A Birmingham-based dental accounting specialist is warning that HMRC is to extend its tax investigations by probing into the social media activity of practices.
Robin Barnes, an accountant from JW Hinks and a member of the National Association of Dental Accountants and Lawyers (NASDAL), says the tax authority has recently introduced a new Single Compliance Process (SCP) which relates to tax checks on small and medium enterprises (SME), including dental practices.
The initiative was created in response to a government edict for HMRC to introduce quicker, more efficient checks which gets results – specifically an increase of £7 billion a year in tax gathering by 2014/15.
Piloted in 16 tax offices in May 2011 and extended by a year-and-a-half, SCP is now set to be rolled out across the country.
“Under SCP, HMRC will aim to determine the seriousness of a tax case against a dental practice– by a pre-tax check “risk” and “behaviour” review,” said Robin.
“This review will include scrutinising accounts for current and previous years for inconsistencies or inaccuracies, inspecting gross profit rate or hourly rate with comparable practices, issuing information notices for further data and more controversially generating a “personal lifestyle profile” on the practice owner, partners and directors, including analysis of social media updates.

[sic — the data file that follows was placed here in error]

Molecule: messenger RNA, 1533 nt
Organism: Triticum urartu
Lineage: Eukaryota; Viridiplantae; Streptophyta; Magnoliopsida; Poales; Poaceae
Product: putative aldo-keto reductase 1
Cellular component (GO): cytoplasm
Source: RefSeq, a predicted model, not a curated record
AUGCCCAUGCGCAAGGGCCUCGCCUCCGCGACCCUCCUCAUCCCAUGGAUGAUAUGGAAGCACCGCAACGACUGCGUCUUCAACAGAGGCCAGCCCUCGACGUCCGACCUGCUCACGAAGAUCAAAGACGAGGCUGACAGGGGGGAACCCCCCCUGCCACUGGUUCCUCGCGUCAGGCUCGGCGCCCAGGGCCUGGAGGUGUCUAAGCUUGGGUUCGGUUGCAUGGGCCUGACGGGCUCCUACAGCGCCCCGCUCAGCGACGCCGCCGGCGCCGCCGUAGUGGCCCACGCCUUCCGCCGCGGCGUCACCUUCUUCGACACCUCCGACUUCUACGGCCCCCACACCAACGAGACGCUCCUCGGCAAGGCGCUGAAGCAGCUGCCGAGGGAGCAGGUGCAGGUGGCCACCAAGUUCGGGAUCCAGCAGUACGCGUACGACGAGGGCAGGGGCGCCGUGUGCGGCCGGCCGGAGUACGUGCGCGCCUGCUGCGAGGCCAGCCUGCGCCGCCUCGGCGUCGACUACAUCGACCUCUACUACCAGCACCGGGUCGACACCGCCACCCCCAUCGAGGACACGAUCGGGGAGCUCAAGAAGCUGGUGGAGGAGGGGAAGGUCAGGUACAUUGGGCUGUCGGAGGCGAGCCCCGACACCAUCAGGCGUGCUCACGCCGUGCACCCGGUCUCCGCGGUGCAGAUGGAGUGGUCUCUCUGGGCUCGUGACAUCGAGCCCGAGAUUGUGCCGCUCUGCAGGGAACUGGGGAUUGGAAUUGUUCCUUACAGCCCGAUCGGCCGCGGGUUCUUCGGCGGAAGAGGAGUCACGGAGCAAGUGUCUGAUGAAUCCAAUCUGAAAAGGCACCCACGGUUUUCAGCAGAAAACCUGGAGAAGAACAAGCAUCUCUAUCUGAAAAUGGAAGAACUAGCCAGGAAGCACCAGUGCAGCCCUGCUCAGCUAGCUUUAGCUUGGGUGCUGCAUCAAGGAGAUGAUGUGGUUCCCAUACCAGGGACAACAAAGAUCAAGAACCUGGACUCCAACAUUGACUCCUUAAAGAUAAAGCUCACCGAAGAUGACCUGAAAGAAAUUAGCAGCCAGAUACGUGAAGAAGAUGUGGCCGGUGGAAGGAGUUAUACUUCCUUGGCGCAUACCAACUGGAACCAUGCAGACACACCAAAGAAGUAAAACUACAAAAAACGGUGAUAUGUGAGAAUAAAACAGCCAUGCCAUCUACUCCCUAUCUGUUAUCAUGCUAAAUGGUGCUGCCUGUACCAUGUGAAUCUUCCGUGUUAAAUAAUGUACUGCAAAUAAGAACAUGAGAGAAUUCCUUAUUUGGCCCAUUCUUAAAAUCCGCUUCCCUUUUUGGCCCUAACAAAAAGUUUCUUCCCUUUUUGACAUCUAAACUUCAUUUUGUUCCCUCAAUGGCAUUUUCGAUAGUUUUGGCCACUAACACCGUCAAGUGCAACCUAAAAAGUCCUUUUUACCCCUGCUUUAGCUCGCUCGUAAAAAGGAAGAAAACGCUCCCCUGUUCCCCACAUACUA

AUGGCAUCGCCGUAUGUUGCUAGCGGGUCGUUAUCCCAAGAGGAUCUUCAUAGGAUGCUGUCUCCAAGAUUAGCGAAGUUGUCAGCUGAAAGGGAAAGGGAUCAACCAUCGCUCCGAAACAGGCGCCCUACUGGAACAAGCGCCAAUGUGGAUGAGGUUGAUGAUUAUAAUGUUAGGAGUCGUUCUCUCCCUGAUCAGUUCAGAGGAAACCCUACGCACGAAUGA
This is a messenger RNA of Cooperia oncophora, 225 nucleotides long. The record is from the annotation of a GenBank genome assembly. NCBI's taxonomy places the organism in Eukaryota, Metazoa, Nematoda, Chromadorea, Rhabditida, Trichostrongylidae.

“HMRC will try and use the behaviour and risk assessment to determine the level of tax evasion and assess if errors were made “despite reasonable care”, “carelessly”, or “deliberately.”
Once all the information is gathered, tax inspectors will then assign the case to one of four levels. Level One will mean no meeting is required to settle the issue, Level Two may require a meeting in person, Level Three will entail a further in-depth review and Level Four will see a detailed investigation into risk and behaviour outcomes due to suspicion of tax evasion.
“Businesses and dental practices under suspicion will receive letters announcing upcoming tax checks describing in more detail the information which is being sought, such as business expenses, to accelerate the enquiry,” added Robin.
“Unlike previously, those who attend meetings in person will not be given meeting notes, while there will also be inspections at practices, and principles will have to conform to officers’ requests for information.”
It is understood that cases thought to be at “higher risk” will receive unannounced visits and/or other “covert” activities.
“Dental practices whose records are spotless and up-to-date should have nothing to fear from SCP, however for some others it may be time to scrutinise their accounts and seek expert advice as soon as possible,” said Robin.